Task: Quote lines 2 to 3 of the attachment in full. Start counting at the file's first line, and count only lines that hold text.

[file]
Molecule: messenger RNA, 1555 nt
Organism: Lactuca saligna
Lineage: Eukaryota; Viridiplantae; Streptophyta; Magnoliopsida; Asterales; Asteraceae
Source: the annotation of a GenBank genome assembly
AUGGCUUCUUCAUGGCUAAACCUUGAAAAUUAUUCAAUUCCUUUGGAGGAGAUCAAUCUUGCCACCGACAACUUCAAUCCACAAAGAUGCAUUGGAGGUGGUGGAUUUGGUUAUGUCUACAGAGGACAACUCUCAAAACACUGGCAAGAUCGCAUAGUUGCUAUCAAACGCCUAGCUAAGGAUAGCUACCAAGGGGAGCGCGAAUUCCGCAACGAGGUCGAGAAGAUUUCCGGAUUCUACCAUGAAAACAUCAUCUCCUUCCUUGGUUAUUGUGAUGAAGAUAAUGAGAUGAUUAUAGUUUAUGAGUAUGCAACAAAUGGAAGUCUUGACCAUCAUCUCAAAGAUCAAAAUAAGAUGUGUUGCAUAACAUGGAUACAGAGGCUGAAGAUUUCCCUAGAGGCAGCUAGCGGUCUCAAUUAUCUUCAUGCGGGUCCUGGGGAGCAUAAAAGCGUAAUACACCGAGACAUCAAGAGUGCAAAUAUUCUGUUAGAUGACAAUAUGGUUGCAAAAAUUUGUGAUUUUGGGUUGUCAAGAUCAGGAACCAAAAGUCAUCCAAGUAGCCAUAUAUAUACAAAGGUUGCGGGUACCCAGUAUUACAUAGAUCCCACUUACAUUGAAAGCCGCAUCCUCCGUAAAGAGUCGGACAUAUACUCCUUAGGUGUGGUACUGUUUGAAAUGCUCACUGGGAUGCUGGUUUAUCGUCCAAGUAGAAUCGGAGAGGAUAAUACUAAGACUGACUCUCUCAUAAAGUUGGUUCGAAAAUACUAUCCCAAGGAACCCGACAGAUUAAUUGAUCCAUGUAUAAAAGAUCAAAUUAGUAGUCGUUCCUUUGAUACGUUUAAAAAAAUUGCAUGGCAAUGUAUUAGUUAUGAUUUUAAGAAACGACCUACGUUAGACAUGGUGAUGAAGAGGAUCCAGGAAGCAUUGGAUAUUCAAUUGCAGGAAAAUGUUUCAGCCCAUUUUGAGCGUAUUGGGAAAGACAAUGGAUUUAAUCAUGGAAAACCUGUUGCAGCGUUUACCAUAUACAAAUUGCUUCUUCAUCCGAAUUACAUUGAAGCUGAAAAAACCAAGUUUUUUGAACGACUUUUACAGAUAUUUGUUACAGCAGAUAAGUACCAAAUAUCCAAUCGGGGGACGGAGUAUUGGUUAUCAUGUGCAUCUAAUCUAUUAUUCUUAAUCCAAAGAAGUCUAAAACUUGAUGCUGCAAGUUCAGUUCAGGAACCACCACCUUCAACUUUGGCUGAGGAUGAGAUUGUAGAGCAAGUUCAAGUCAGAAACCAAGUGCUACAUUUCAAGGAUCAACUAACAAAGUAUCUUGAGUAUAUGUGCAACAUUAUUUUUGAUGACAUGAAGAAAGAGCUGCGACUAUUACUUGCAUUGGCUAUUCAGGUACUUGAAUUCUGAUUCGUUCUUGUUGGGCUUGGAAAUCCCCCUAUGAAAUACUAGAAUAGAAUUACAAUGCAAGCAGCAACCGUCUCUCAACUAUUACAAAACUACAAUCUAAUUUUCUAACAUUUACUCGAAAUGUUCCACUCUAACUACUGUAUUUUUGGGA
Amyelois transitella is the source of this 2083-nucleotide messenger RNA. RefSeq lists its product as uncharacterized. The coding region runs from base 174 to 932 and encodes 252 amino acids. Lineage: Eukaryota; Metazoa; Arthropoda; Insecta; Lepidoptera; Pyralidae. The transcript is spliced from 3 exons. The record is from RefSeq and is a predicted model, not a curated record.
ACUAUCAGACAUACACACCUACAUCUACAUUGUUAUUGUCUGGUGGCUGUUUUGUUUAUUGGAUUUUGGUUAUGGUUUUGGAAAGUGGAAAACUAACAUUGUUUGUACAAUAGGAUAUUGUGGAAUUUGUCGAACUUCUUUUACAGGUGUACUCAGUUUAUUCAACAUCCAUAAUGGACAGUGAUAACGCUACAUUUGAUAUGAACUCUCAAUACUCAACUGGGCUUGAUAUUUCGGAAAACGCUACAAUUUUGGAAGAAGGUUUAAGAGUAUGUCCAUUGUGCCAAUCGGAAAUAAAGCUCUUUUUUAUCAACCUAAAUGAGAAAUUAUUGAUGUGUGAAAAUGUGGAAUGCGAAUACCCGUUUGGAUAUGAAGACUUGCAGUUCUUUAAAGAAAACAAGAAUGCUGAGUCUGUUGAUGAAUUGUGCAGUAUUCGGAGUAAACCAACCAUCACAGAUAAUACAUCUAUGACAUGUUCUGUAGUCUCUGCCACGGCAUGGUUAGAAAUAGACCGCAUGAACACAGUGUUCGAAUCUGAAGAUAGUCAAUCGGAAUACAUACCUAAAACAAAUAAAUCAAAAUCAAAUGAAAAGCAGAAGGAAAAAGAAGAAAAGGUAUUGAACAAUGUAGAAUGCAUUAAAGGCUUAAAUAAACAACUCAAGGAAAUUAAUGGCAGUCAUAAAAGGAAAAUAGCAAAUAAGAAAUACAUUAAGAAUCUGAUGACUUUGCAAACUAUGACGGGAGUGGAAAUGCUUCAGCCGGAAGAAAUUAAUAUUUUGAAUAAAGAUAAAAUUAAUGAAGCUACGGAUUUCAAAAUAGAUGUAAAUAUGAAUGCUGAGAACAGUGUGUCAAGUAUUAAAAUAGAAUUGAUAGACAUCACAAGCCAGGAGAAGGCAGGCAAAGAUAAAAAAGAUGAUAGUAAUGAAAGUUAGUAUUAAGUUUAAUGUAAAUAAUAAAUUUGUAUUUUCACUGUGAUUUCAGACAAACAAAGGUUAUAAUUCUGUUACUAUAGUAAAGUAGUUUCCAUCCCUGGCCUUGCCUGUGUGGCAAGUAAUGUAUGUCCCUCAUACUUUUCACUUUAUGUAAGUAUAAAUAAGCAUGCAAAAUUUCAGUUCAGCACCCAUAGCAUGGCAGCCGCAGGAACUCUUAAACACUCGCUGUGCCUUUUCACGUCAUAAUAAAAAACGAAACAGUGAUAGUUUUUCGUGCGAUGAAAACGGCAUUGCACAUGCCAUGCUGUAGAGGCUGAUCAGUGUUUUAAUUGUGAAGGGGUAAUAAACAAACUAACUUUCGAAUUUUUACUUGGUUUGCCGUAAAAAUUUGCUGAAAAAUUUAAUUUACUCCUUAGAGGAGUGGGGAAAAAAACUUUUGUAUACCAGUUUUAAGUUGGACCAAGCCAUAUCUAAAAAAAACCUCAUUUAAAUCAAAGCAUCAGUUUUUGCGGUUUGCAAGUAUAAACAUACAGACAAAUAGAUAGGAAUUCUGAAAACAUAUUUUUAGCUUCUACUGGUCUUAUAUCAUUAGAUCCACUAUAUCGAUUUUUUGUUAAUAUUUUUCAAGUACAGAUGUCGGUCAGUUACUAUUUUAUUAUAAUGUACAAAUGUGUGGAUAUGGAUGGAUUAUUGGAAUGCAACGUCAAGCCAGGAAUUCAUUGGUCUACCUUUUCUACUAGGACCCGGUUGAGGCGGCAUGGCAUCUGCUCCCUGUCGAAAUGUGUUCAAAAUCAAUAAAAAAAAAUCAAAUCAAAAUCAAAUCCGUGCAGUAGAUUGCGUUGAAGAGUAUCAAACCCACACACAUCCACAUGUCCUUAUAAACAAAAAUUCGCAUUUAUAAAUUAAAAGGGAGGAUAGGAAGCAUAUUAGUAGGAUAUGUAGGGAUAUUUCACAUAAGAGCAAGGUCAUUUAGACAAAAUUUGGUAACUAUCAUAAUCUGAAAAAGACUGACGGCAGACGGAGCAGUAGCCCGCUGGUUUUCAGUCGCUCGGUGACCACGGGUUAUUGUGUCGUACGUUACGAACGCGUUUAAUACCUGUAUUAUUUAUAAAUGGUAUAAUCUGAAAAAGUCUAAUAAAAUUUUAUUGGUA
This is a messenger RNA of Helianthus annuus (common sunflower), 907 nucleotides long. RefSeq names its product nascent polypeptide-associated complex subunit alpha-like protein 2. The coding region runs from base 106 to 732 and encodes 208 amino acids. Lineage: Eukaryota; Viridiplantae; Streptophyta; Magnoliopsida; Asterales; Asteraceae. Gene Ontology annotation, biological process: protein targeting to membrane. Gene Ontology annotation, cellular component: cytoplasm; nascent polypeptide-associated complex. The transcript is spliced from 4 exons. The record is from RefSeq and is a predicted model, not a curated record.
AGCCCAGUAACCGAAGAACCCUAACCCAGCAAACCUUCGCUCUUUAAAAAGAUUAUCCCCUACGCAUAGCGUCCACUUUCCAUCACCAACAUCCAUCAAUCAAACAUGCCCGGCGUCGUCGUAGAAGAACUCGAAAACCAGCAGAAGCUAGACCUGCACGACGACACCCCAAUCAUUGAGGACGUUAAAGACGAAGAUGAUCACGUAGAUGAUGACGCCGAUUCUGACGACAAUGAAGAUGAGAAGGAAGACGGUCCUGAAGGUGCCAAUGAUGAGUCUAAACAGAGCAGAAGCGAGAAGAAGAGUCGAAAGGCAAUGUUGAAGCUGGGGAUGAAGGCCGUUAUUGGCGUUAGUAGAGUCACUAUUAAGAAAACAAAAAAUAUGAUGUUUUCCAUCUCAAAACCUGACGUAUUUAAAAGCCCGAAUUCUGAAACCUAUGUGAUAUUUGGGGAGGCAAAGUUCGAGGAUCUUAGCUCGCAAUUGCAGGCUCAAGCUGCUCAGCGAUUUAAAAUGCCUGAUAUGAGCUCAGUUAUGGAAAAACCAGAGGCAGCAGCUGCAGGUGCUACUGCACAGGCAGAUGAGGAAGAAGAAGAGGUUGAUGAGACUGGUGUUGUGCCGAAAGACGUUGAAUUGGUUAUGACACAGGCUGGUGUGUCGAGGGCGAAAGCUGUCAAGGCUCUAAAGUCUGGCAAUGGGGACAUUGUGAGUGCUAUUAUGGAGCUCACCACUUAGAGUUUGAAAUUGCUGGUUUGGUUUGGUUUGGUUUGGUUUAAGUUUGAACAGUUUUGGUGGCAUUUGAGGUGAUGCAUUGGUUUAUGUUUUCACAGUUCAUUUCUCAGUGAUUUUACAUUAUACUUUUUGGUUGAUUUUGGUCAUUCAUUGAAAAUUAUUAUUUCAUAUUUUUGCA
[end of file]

Organism: Lactuca saligna
Lineage: Eukaryota; Viridiplantae; Streptophyta; Magnoliopsida; Asterales; Asteraceae